How Earning an Ed.D. Prepares Teachers for School Leadership
7 Elements for Effective School Leadership Feedback
Effective school leadership feedback is a necessity when it comes to running a school smoothly. Teachers need that stability in order to make their classrooms as effective as they need to be. A leader must have certain qualities if they are going to effectively lead and give proper feedback to everyone else.
According to Susan M. Brookhart in her book, “How to Give Effective Feedback to Your Students,” giving good feedback is one of the key ways to help people understand where they need to go and what knowledge or skills they need to develop in order to achieve their goals. Within a school setting, school leadership feedback is vital to a school running smoothly. It helps keep everyone on the same page as the teachers are laboring with their students and communicating with parents and the rest of the school’s leadership.
In an article called “Educational Leadership Feedback for Learning,” Grant Wiggins explains some research showing that more feedback with less teaching is the key to greater learning. If students are receiving feedback from their teachers and even peers, fewer students would get lost in the cracks of education.
There are seven essentials for effective leadership:
Effective feedback has certain undeniable characteristics. They are concrete, specific, and useful. The feedback provides actionable information about what went and also about what went wrong. Having detailed assessments will allow everyone on the team, leadership and employees alike, to understand exactly what they need to do next time to meet their stated goals.
Even in parenting, consistency is a key word. Nurturing good behavior and disciplining negative behavior are must needs on a consistent basis. School leadership feedback help maintain that consistency for teachers in an education setting. Consistency is necessary in any kind of feedback.
Someone who is goal-referenced has a clearly defined goal to which they are committed and will take action to acheive it. The information collected from those actions often reveal whether the decisions they made in pursuit of the goal were the best or if an alternate course would be more successful the next time. School leadership feedback must be clear in relaying their goals or the goals being set will not be achieved which is demoralizing.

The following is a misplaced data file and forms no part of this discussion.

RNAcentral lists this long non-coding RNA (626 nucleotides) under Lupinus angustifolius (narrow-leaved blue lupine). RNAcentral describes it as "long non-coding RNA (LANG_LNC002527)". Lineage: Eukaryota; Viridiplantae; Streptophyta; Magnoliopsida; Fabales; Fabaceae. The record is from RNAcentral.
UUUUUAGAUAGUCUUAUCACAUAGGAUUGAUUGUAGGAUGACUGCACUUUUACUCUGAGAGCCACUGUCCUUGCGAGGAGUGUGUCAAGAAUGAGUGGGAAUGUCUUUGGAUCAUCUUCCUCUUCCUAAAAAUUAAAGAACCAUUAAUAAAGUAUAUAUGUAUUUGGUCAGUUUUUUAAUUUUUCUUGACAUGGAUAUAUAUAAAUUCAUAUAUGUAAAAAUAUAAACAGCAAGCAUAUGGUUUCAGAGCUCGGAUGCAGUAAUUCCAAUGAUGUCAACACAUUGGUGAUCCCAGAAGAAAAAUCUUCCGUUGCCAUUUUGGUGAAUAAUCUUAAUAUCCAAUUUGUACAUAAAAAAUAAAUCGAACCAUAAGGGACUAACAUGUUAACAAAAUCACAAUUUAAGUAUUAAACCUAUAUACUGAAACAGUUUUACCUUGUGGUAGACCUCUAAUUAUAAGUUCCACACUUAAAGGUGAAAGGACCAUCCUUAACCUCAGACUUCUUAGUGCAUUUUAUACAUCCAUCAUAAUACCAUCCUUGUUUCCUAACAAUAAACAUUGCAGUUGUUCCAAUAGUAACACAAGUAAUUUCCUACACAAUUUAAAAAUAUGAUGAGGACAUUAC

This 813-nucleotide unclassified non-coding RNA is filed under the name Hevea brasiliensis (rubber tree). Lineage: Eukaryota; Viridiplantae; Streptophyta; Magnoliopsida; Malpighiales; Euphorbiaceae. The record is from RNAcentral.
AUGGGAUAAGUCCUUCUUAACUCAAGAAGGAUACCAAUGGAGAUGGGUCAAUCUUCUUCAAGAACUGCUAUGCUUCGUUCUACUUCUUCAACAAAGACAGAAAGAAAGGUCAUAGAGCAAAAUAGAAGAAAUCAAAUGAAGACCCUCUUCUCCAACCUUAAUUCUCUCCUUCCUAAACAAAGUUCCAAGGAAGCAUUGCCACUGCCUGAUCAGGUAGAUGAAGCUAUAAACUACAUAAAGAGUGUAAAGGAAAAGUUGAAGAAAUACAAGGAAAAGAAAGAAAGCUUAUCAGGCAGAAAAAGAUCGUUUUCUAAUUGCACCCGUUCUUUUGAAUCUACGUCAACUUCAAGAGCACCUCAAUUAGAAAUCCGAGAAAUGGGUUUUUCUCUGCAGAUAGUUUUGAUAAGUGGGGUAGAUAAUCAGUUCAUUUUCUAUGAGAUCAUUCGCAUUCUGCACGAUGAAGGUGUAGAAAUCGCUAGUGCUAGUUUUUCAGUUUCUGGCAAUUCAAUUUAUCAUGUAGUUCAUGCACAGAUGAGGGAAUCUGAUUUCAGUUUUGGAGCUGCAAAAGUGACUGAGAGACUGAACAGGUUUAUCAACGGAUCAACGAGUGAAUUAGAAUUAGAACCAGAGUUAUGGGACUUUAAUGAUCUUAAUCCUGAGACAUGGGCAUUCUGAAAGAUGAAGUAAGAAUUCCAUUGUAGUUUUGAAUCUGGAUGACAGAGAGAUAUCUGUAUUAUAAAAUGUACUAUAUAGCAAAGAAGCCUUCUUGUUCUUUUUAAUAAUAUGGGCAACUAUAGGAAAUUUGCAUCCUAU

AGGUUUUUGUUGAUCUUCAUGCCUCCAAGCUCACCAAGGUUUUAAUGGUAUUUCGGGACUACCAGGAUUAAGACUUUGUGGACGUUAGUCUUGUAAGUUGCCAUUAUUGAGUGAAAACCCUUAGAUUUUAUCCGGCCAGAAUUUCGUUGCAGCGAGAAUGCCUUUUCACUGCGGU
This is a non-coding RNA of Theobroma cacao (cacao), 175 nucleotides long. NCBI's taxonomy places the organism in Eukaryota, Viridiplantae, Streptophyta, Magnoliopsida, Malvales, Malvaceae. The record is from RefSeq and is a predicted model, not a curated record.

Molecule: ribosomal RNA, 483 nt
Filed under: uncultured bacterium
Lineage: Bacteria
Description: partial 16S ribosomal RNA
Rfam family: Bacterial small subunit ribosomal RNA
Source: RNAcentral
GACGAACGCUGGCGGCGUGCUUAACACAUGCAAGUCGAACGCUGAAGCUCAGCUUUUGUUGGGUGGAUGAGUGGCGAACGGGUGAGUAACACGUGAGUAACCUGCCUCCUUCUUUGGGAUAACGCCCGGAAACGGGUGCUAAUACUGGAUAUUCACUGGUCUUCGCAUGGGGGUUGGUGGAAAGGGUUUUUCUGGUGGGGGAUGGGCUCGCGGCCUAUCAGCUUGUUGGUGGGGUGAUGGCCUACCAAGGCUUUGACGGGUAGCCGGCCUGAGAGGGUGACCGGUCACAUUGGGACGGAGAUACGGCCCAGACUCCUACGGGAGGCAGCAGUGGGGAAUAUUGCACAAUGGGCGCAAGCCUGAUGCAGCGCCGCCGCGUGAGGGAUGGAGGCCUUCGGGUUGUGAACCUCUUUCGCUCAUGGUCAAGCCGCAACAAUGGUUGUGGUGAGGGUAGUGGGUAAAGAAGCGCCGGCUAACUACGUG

School leadership feedback allows an ongoing evaluation and encouraging the employees to adjust quickly based on their reviews. Great achievers and problem solvers all have the ability to adapt to new information and circumstances. Life is not about not making mistakes, but learning from them.
Tangible and transparent
Strong leadership will create detailed, accessible goals and explain how to reach them. Unclear directions creates ambiguity and hazy understanding. Feedback that anyone can grasp is seen when anyone coming with their own independent goals can take the information and apply it to their own situation successfully. School leadership feedback that provides clear goals and tangible results will help teachers in their classrooms.
As with most everything, timing is key. Giving feedback or critique must be done in an appropriate manner. In school leadership feedback cases, immediate results are not always ideal. It is important to wait for the right time; but not delay for too long either. Find the balance of waiting for the right attitude and time for receiving a pep talk and not waiting so long that the lessons are forgotten and, therefore, useless.
User-friendly, specific and personalized
School leadership deals with more than just teachers, but also students their parents. It is vital that the feedback being offered is specific to whomever it is directed. Even with purely accurate information from experts, it is wasted if the one meant to receive it cannot understand it.
Keeping the audience in mind is necessary to school leadership feedback since there is such a wide range of people being addressed. Keep the feedback simple lest the recipient be overwhelmed.< show all "Educational Leadership" articles